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he guilty of omissions, or commissions ?-What degree of punishment awaits him ?

48. In what does the guilt of ignorance consist ?— What makes the difference in these cases ?



“The wages of sin is death."-Rom. vi. 23. In the last Number, I spoke to you of Adam and Eve in their happy home; I tried to show you what made them so happy, and then told you of Satan's visit to them, and how Adam and Eve let Satan do the wicked mischief he had planned to do. I am now going to speak of the sad change in Adam and Eve and their home.

God had said to them, “ If you eat the fruit of that tree, you shall surely die.” Now God's words are sure; he cannot make mistakes. Adam and Eve have eaten the fruit. Now let us notice what happened afterwards, that we may see in what way God's words came true.

Very soon after Adam and Eve's sin, when the sun had set, and the air was cool and pleasant, a sound in the garden was heard by Adam and Eve, which made them tremble. Why did they tremble? They had often heard that sound before, and they had been always delighted to hear it; but now it frightened them so much that they hid themselves among the branches which hung thickly around. And what was this sound P It was the voice of God, who had come into the garden to visit them. This had been their greatest joy before; now they are ashamed and alarmed. What a change! How they had loved him before, but now their love to him is gone. How pleased they used to be to thank and praise him for his kindness to them, but now they are not inclined to thank him for anything. They used to be ready to do everything that was good and holy, and the nearer they were to their God, the better they were pleased ; but now their hearts are so cold, they seem as if they had no life in them: God had said, “You shall surely die," and this is part of the meaning of it.

You see that Adam and Eve have become like Satan already. Adam used to love Eve very much, and he used to thank God for giving her to him, but now he seemed out of temper with her, and is ready to find fault, even with God; for when God said to him, “Have you eaten the fruit which I commanded you not to eat ?" Adam answered sollenly, " The woman whom thou gavest to be with me, she gave me of the tree, and I did eat."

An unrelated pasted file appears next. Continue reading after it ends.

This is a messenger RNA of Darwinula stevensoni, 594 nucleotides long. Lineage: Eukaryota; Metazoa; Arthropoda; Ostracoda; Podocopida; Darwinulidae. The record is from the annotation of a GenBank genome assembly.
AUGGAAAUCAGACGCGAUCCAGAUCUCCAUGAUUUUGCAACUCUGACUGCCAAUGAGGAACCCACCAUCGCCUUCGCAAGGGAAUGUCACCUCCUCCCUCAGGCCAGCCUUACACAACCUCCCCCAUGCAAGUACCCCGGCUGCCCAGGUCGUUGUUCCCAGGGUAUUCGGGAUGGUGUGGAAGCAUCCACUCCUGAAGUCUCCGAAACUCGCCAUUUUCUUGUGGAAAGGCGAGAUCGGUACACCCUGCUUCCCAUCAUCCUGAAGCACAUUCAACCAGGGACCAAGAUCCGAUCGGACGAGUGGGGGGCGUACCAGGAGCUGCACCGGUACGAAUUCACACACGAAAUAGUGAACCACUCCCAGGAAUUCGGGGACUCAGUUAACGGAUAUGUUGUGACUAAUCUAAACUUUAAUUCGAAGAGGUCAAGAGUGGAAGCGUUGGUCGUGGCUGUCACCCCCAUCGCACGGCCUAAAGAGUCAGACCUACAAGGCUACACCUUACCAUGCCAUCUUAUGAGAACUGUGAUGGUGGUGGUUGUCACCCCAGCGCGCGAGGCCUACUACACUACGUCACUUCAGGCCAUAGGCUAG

This was the terrible change in Adam and Eve's spirits; but there was a change too in their home. God would not allow them to stay any longer in the beautiful garden of Eden. God had good and wise reasons for this, as he always has for everything he does ; so Adam and Eve's home, once so happy, was theirs no more:

I think it must have been much harder to work in the ground outside the garden. Most likely the trees and plants would not grow 80 easily there. I think that Adam must have often sighed over his work, as

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he cleared away the thorns and the brambles, or dug up the hard ground; for there was a change too in Adam's body; both he and Eve had pain very often now, and sometimes felt weak and ill. When Adam had worked in the garden of Eden it was nothing but pleasure to him; but now, after he had been busy, how tired he was, how worn out he felt. And then the thoughts would very often come : God has said that our bodies, which were made of dust, shall die and turn to dust again ; when will this be ? and as they felt their bodies wearing out, they dreaded the thought of it. But was this all that Adam and Eve had to dread when they thought of their bodies dying? Oh no ; Adam and Eve knew very well that their dying was a very different thing to the dying of a horse or a goat. They had spirits which would never die, which must always live somewhere. Could heaven be their spirits' home? The holy God had said, the unholy shall not live with me in heaven; they must be shut out, and be miserable in hell for ever with wicked Satan.